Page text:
Adding Variometer Functionality To A GPS

Flying a glider, or similarly piloting a paraglider or hang glider, can all be pathways into aviation with a lower barrier of entry than powered flight. Sacrificing one’s engine does generate a few complexities, but can be rewarding as the pilot searches for various means of increasing altitude like ridge soaring or thermaling. You’ll need a special instrument called a variometer to know just how much altitude you’re gaining though, like this one which is built into commercially-available handheld GPS units.

These GPS units are normally intended for use on terra firma only, but [Oganisyan] has figured out a clever way to add this flight instrumentation to these units to help when operating a paraglider. An ATmega328 paired with a pressure sensor is added to the inside of the GPS units and communicates with an available serial interface within the units. To complete the modification, a patched firmware must be installed which adds the variometer function to the display. This upgrade is compatible with a handful of GPS units as well such as the BikePilot2+ or Falk Tiger.

For those who already own one of these GPS units, this could be a cost-effective way of obtaining a variometer, especially since commercially-available variometers tailored for this sort of application can cost around $200 to $500. It is an activity sensitive to cost, though, as it offers a much more affordable option for taking to the skies than any powered craft could, with an exception made for this powered paraglider which offers the ability for powered take off and flight extension using electric-powered props.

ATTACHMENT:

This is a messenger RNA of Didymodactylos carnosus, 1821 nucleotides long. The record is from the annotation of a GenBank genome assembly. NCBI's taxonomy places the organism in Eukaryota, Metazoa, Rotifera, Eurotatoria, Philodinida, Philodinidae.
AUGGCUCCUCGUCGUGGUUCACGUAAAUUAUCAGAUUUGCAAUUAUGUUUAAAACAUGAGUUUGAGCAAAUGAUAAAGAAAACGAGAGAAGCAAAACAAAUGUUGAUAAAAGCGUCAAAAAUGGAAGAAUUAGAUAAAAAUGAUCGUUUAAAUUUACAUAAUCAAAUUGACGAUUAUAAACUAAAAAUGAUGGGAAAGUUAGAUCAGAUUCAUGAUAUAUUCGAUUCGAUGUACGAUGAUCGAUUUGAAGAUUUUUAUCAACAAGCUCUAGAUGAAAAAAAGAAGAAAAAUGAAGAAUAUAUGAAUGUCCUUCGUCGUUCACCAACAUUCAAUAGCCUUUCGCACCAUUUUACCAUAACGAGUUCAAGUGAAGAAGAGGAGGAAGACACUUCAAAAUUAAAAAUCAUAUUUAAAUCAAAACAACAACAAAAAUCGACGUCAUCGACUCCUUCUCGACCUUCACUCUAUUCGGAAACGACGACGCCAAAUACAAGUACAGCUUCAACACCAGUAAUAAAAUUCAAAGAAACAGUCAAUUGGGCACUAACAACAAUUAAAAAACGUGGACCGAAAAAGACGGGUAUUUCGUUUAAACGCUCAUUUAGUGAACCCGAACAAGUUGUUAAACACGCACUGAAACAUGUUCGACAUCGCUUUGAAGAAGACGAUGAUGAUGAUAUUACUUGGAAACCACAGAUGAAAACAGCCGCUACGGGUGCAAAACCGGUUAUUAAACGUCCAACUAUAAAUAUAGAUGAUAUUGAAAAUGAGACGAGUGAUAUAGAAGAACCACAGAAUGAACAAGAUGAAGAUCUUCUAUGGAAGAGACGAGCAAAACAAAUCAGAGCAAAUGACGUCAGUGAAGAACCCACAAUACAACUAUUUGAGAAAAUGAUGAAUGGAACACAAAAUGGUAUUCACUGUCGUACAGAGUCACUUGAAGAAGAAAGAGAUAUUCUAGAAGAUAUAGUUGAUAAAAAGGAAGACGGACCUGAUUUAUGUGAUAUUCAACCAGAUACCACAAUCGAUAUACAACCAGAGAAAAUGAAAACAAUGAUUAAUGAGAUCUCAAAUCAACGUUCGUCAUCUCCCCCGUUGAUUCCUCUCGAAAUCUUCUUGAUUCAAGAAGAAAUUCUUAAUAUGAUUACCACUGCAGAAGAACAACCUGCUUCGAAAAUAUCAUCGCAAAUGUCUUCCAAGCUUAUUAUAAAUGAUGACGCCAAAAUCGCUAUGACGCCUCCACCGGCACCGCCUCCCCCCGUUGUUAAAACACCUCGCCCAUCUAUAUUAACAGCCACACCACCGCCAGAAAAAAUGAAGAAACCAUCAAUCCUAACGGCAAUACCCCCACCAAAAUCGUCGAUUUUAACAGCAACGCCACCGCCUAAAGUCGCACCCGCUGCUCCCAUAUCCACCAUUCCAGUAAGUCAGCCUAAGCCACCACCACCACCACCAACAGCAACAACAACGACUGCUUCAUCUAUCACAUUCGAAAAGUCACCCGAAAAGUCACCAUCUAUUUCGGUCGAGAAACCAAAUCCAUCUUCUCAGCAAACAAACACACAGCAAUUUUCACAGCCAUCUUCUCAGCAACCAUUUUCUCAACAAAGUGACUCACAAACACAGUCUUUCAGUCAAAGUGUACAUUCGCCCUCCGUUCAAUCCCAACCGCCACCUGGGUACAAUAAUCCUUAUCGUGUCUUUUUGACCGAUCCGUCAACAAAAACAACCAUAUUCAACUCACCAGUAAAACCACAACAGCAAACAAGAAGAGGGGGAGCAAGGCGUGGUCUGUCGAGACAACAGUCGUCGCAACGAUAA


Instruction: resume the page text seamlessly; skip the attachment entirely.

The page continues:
Thanks to [MartinO] for the tip!

10 thoughts on “Adding Variometer Functionality To A GPS

  1. This is a nice idea but you should be very confident in your engineering skills and engenering skills of the firmware developper to use this device. Usually, flight instruments are extensively tested and often use redundency. If someone want to use this device, every failure mode should be considered and back up plans should be identified before take of.

    1. Eh, its not that big of a deal, gliding is not as strict as powered flight for instruments. I have flown many times without any instruments. They are really used just so you can have a quick indication of lift or sink. I mean, by all means, test it. But if it fails you just keep going and maybe miss some really light lift here and there. You should always be within glide of a landing site, which for a glider is usually any area without trees thats 15×30 m. If you land out, pack up, carry to a road and call your buddies.

    1. GPS is great for 2D positioning, it isn’t quite as great for the third dimension.
      I believe some of the other newer GPS systems are better in the up-down direction though IIRC.

    2. Varios typically implement a sound based alert to rise and sink rates and are extremely sensitive. As in they can be triggered based on moving your hand up and down, so it’s not something that can be accomplished by just looking at your GPS elevation occasionally.

  2. The vario’s I’ve used in sailplanes generally come in two varieties: those that are rigged to the pitot/static system and do not require any electricity whatsoever, and then electronic ones that beep according to rise or sink; they also tend to be “energy compensated variometers” which means they integrate (If I remember right) airspeed and altitude (kinetic and potential energy) so that you don’t see as many “stick thermals” where you pull the stick back and gain altitude and all of a sudden you are “climbing.” Total energy management is the fun part of flying gliders. BTW the beeping is so that you don’t have to look in the cockpit as much and can keep looking out the canopy instead.